Pediatric Biomechanics

50 Years Later: The Rear-facing Child Seat

This year marks the 50th anniversary of the rear-facing child safety seat, a pivotal innovation in the field of child occupant protection. While there have been impressive strides made in child passenger safety in the US and abroad over the past few decades, there is still work to be done to ensure all children are optimally protected in motor vehicle crashes.

Children in Hot Cars: No Single Solution to These Preventable Tragedies

This blog explores how a multi-faceted approach is needed to reduce the prevalence of pediatric heat stroke. A combination of education, awareness, and technology can help families avoid these preventable tragedies.

The Infinite Possibilities of Finite Element Modeling

CIRP training in motion: Using Finite Element Modeling to Reduce Car Crash Injuries

Lifesavers: CIRP Shares Engineering Behavioral and Community-based Research to Protect Child Occupants

The Lifesavers Conference (Nashville, April 27-29, 2014) provides tremendous continuing education around child passenger safety (CPS) through its Occupant Protection for Children track. My colleague from SafeKids Worldwide, Lorrie Walker, and her committee have worked to assemble the most current information on CPS over 13 different workshops and six pre-conference workshops. Read about what CIRP@CHOP will be presenting in four of these workshops.

Child Injury Prevention Holiday Wish List

In the spirit of my previous Thanksgiving post about items for which I’m grateful in the pediatric injury world, I thought I’d make my holiday “wish list” for the next year and beyond.

Helmets Prevent Concussions? Not So Fast

Although well-intentioned, helmets and playing/practice standards such as hit counts have jumped ahead of the science in concussion prevention. This and other topics are covered in release of the Institute of Medicine’s report on youth sports-related concussion, released today.

The Biomechanics Behind Child Passenger Safety

If you are a Research in Action reader in the field of child passenger safety, you know the safest ways to properly restrain a child in a motor vehicle and may even work to educate parents on this topic. What may be less obvious, however, is the complex body of biomechanical engineering research behind the current best practice recommendations.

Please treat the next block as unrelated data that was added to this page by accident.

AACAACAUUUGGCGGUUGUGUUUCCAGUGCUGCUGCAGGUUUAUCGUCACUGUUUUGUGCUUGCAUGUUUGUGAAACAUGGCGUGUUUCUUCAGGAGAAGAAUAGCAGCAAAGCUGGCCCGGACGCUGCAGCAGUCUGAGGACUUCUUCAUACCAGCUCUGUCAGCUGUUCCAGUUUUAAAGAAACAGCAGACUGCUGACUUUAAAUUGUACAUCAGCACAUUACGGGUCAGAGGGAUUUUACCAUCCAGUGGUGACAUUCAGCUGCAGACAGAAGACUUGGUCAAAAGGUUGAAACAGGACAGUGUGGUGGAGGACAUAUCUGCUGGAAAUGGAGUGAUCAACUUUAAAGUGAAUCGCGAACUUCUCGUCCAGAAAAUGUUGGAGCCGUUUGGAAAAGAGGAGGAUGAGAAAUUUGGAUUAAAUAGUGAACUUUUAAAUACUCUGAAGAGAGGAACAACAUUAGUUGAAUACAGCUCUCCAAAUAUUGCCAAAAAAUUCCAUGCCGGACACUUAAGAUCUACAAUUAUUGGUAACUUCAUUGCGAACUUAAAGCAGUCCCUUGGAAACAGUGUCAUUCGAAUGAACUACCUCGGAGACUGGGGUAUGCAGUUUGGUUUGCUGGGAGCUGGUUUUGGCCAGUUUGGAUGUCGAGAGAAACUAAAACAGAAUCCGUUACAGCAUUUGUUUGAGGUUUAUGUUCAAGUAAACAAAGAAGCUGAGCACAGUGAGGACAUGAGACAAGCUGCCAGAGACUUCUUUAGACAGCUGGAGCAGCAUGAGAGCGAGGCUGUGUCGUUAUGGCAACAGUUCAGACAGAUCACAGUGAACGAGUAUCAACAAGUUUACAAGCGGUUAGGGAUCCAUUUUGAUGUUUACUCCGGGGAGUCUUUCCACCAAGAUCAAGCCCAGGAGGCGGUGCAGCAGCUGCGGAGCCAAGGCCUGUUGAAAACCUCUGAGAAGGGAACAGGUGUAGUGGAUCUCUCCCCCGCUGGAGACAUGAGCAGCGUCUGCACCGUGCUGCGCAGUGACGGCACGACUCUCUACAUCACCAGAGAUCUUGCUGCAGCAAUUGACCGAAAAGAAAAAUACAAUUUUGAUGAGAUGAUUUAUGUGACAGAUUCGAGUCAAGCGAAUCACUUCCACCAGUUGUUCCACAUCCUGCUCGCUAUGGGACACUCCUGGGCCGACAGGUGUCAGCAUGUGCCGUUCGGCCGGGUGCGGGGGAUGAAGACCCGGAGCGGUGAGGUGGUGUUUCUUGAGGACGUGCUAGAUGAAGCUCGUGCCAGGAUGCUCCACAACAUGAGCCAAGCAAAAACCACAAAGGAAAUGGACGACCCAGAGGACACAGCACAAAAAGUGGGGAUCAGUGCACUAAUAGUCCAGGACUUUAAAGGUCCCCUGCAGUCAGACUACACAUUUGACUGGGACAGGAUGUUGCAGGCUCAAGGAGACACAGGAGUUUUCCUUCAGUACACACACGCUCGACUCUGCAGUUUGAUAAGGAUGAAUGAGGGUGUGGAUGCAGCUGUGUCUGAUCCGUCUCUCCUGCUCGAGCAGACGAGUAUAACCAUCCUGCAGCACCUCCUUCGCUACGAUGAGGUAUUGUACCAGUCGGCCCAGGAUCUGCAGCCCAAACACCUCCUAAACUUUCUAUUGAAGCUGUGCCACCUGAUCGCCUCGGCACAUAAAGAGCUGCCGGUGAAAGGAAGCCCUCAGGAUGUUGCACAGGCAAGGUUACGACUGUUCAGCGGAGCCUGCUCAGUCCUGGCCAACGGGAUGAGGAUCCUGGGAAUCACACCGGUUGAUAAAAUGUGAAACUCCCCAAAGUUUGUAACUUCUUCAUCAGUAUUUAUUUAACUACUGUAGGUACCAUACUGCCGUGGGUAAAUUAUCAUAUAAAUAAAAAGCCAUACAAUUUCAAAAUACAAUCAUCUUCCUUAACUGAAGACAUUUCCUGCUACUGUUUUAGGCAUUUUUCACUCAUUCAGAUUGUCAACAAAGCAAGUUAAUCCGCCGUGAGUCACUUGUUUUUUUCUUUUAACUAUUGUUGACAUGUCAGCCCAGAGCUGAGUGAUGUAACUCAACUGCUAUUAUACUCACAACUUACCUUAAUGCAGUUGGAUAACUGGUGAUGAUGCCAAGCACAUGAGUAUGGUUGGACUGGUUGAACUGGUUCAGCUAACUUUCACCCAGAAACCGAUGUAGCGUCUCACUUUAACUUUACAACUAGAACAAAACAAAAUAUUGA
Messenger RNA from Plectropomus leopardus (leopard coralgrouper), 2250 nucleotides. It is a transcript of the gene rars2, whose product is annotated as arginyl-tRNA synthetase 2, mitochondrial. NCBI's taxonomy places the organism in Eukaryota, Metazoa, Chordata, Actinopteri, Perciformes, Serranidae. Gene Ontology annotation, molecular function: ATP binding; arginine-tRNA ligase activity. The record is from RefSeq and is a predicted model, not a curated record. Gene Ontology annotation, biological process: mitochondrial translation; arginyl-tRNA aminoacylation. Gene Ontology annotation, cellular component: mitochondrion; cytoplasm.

Setting the International Agenda for Child Passenger Safety Advancement

While culture may be different and the specifics of restraint best practices may vary, at the core, optimizing protection of children in motor vehicle crashes is an international priority. To this end I, along with colleagues at SAFER, the Vehicle and Traffic Safety Research Center at Chalmers University in Göteborg, Sweden, organized an international strategy session titled “Child Occupant Protection: Latest Knowledge and Future Opportunities.” The planning group brought together international leaders in the fields of child occupant protection, biomechanics and auto safety from the US, Sweden, Australia, Canada, Spain and France for an intense two-day brainstorming September 6-7 in Sweden.

A Rare Look Into a Rare Event- School Bus Crash Investigation

School bus transportation remains the safest form of ground transportation in the US. Because injuries and fatalities involving school bus crashes are rare, when they do happen, it’s all the more important to understand the mechanisms of injury to child passengers. Recently my CIRP@CHOP colleague Kristy Arbogast, PhD and I were presented with a unique opportunity by the National Transportation Safety Board (NTSB) to assist with an investigation into a fatal 2012 school bus crash in Port St. Lucie, FL.

Using the Lab to Improve Tools for Child Restraint System Safety Design

I recently received practical questions from an audience of Child Passenger Safety (CPS) technicians about how they should share with parents the results of my on-going research. The short answer is: continue to educate parents exactly as you have been doing using current National Highway Traffic Safety Administration (NHTSA) guidelines. Child safety seats and booster seats, as they are, are very effective at protecting children in crashes. However, until all preventable injuries have been eliminated, we will strive to continue to reduce that risk. One way is to improve the tools we use to design child restraint systems...

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